Tam is an ethnic Vietnamese fisherman who was born in Cambodia. Like hundreds of thousands of others, he was evacuated to Vietnam soon after the Maoists under Pol Pot took control of Cambodia, but many of his family stayed behind.

When he returned home in 1980, after the Vietnamese had overthrown the Khmer Rouge, he discovered about 40 of his family were dead.

Those who hadn’t been executed had died from overwork or starvation.

On Friday, the Extraordinary Chambers in the Courts of Cambodia (ECCC), better known as the Khmer Rouge Tribunal, will hand down its verdict on whether the regime’s “Brother Number Two,” Nuon Chea, 92, and its head of state, Khieu Samphan, 87, committed genocide against ethnic Vietnamese and Cham Muslims, another minority.

Former Khmer Rouge head of state Khieu Samphan on screen in the media centre at the Khmer Rouge Tribunal [Pring Samrang/Reuters] 

Judges will also rule on whether the two men are guilty of crimes against humanity related to prisons, worksites, forced marriages and sexual violence.

The court sentenced both men to life terms in 2014 for crimes against humanity for their role in the forced evacuation of cities soon after the Khmer Rouge took power.

Accountability

Friday’s decision comes with the tribunal facing widespread criticism for lengthy delays, government interference, and corruption.

While some argue the court has delivered long-awaited justice for victims, others have labelled the process a waste of time and money with convictions against only three people in 12 years.

Opinion was split among Cham and ethnic Vietnamese survivors of the regime interviewed by Al Jazeera. Many know nothing about the tribunal.

Sa Rom Ly, 62, a Cham who managed to survive mass purges in Kampong Cham by pretending he was ethnically Khmer, said he was sure the Khmer Rouge attempted to wipe out his people – something prosecutors have been attempting to prove.

“The Khmer Rouge wanted to get rid of Cham because of our religion,” he said, adding he supported the tribunal.

“We are happy that the ECCC held a trial of the senior leaders of the Khmer Rouge because it can help hold them accountable for their actions,” he said.

“They deserve to be punished because they were the ones who ordered the regional chiefs to execute people and they followed their orders. If not, they would be killed too.”

Talking after prayers at a mosque in Phnom Penh’s Russei Keo district, Kop Math, 64, recounted similar brutality meted out to Chams in Battambang after they had been evacuated from the capital.

“My father sneaked away to pray but they spotted him and took him away to be killed,” said Math, who lost 16 of his 20 close family members.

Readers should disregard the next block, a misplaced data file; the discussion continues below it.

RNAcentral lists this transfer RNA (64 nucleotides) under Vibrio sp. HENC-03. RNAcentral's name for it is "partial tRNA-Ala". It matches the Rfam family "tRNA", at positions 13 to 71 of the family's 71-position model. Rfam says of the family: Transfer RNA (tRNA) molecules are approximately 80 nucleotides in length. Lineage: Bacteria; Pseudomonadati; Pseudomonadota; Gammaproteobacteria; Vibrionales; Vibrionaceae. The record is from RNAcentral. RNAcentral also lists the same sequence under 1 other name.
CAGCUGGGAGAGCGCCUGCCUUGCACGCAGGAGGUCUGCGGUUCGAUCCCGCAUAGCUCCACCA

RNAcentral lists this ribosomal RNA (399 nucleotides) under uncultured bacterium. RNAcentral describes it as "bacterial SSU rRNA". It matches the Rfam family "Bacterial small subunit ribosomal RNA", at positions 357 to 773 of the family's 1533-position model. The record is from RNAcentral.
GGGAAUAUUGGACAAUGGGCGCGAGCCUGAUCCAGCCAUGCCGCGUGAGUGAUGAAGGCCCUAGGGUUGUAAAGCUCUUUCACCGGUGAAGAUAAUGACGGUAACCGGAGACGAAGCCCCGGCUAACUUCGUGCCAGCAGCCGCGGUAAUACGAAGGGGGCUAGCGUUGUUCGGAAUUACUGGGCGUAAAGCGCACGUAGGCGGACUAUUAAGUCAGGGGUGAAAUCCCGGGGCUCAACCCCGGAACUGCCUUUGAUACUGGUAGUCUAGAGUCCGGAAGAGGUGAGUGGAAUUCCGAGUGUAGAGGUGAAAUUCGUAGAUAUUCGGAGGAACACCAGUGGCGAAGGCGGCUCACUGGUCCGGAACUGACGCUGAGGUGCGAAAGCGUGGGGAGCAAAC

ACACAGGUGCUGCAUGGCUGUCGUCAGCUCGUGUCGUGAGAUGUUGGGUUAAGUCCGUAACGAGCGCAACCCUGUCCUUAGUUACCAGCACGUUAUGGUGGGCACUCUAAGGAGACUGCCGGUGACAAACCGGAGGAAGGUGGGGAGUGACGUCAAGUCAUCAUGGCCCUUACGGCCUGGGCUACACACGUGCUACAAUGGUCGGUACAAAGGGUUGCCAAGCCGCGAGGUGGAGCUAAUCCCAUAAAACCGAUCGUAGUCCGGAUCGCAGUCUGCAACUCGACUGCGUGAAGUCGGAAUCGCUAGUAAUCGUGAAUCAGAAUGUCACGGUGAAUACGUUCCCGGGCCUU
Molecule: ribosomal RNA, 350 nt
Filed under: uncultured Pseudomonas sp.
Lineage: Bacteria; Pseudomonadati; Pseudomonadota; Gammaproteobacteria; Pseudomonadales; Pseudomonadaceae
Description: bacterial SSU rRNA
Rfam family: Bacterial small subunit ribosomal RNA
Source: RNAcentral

Math, who visited the tribunal twice during the genocide segment, said he believed the court was delivering true justice to the victims, but he wanted to see more people in the dock.

“I think they should bring regional commanders to justice … but we don’t want the lower levels. If we demand [the lower levels] to be brought to justice this could result in confrontation,” he said.

Kop Math sits outside a mosque in Phnom Penh [George Wright/Al Jazeera]

Looking for justice

Down a winding alley that runs alongside the Mekong River, El Los, 72, explained how he lost all his parents and siblings after being told they had been taken away on a boat and executed in Kampong Cham.

Los said he knew nothing of the tribunal but that all Khmer Rouge, from top to bottom, should be made to pay for their crimes.

“We really want to find justice but where are they? We are suffering but what can we do?” he said. “The lower levels point and say they were following orders – but all should be held accountable.”

Prime Minister Hun Sen, a former Khmer Rouge commander who helped overthrow Pol Pot after defecting to Vietnam, has been vocal in his opposition to further trials, claiming it could plunge Cambodia back into civil war.

Cambodia’s court upholds Khmer Rouge life sentences

Both Cambodian and international judges sit in the court and both sides have to agree on decisions. Local judges and prosecutors have been accused of being under the influence of the government, especially in ongoing investigations of mid-ranking former Khmer Rouge.

The fact such a small number from the regime have been brought to justice is a common frustration among many Cham survivors, explained Farina So, principal deputy director of the Documentation Center of Cambodia and author of The Hijab of Cambodia.

The Cham researcher said although the tribunal – particularly the genocide case – was important to many Cham, creating public forums for dialogue between victims and perpetrators and their children was vital in helping communities reconcile.

“It’s also effective because you need to get things out of the court and into the community. Then they can discuss openly without fear,” So said.

‘Just a show’

Back on the Tonle Sap river, barely any of the 15 ethnic Vietnamese interviewed said they knew about the tribunal.

“Nobody talks about it. I have no idea what this court is,” said Chroeng Yan, whose father was clubbed to death by a Khmer Rouge soldier.

Vang Tam, one of the few who was aware of the court, was scathing in his analysis.

“It’s just a show, it’s meaningless,” he said.

His friend sitting next to him, Veeng Thhan Yoeng, 65, interjected.

“About 40 of my relatives were killed… I don’t think we can get justice,” he said. “We want to see more on trial.”